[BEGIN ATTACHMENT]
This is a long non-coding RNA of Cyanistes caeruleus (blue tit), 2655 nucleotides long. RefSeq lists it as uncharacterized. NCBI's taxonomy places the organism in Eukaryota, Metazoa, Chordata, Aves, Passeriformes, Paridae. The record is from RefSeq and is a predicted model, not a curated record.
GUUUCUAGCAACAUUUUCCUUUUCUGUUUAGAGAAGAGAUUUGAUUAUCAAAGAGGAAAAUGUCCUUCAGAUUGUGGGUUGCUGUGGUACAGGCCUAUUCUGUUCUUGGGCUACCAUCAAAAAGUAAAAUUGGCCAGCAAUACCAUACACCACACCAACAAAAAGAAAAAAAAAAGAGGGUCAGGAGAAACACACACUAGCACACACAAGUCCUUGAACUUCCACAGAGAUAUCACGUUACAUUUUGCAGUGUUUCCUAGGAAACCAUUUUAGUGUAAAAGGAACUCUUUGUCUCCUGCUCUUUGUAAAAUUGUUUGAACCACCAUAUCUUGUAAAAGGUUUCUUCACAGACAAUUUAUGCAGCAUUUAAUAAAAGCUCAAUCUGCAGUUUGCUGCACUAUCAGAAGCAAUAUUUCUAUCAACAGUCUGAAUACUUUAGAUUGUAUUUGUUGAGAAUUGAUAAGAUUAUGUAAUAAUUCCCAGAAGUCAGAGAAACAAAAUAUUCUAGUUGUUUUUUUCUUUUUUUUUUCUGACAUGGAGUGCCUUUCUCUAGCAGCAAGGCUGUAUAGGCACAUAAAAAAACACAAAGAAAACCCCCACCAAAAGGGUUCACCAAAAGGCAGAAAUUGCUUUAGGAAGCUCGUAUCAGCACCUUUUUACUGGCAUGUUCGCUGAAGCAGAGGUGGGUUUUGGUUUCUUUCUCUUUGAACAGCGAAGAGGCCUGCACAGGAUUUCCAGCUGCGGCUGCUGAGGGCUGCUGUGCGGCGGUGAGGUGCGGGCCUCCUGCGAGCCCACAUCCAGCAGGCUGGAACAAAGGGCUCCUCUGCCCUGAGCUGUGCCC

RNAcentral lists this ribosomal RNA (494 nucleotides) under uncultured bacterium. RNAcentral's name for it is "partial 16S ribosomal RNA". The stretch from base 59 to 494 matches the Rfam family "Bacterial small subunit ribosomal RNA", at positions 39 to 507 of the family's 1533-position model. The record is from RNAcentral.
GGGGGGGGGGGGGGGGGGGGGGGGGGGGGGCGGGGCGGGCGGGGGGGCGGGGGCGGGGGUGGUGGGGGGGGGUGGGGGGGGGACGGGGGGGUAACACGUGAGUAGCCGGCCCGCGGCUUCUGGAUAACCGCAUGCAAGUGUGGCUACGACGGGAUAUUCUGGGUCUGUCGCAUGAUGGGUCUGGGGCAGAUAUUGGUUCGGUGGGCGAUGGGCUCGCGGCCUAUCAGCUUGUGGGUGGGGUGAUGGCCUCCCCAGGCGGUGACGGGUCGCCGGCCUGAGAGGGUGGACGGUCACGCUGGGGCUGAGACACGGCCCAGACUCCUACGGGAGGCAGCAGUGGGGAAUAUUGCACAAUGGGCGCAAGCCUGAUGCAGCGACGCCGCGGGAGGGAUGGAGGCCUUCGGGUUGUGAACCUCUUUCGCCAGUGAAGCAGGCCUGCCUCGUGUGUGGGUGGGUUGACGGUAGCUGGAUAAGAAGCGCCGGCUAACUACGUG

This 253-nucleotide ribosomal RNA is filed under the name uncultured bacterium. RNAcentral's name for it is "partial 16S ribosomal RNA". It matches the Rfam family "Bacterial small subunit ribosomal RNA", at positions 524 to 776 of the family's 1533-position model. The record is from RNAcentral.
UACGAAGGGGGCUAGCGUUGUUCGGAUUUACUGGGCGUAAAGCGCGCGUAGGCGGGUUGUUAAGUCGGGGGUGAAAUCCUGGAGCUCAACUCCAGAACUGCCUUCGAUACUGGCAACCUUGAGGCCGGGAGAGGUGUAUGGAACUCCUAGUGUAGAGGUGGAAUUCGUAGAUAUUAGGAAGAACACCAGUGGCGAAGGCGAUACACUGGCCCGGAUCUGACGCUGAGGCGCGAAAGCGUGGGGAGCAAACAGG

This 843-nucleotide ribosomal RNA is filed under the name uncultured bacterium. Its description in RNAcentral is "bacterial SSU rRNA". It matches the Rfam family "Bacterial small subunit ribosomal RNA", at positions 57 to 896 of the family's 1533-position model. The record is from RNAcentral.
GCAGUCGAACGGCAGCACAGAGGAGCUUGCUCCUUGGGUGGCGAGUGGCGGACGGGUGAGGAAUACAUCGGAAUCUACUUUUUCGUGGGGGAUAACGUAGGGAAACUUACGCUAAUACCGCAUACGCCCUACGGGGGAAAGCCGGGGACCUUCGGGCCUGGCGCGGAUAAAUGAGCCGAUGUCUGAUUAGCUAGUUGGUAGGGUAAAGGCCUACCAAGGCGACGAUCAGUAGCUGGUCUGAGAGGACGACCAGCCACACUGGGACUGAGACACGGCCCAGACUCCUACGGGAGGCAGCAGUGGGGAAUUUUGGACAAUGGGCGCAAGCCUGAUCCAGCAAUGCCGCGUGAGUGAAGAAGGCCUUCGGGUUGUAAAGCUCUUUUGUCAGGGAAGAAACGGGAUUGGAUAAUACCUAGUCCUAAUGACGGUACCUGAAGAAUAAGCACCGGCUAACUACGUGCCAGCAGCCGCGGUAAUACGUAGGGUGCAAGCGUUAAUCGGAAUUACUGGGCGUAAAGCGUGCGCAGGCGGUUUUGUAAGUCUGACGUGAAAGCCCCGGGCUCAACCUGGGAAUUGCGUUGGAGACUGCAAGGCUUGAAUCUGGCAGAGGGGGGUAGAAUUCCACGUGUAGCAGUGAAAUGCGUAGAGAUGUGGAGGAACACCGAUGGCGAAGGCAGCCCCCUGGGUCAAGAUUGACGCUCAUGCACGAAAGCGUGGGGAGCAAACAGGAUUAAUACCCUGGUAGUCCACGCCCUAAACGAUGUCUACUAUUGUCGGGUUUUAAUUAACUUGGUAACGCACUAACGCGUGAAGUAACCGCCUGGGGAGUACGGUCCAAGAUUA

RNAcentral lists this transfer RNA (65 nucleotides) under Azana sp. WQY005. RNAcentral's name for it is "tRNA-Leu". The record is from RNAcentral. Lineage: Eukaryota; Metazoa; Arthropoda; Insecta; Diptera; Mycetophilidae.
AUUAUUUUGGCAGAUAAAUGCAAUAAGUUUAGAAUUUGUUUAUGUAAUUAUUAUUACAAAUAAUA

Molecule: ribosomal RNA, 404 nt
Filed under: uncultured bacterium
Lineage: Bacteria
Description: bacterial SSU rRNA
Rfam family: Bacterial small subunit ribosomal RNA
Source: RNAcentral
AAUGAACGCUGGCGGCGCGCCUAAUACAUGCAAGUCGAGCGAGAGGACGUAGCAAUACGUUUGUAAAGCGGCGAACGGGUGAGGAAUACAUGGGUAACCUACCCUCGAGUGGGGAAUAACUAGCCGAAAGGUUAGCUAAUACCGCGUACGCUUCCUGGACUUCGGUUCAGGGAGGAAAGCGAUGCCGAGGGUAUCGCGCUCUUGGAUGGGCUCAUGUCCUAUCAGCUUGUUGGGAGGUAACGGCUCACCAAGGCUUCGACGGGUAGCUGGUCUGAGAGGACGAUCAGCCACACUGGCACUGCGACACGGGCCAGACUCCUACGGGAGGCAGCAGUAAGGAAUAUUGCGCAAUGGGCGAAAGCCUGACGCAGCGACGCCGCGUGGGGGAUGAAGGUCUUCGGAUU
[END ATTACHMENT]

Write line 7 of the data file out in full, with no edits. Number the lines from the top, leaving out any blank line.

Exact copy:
This 843-nucleotide ribosomal RNA is filed under the name uncultured bacterium. Its description in RNAcentral is "bacterial SSU rRNA". It matches the Rfam family "Bacterial small subunit ribosomal RNA", at positions 57 to 896 of the family's 1533-position model. The record is from RNAcentral.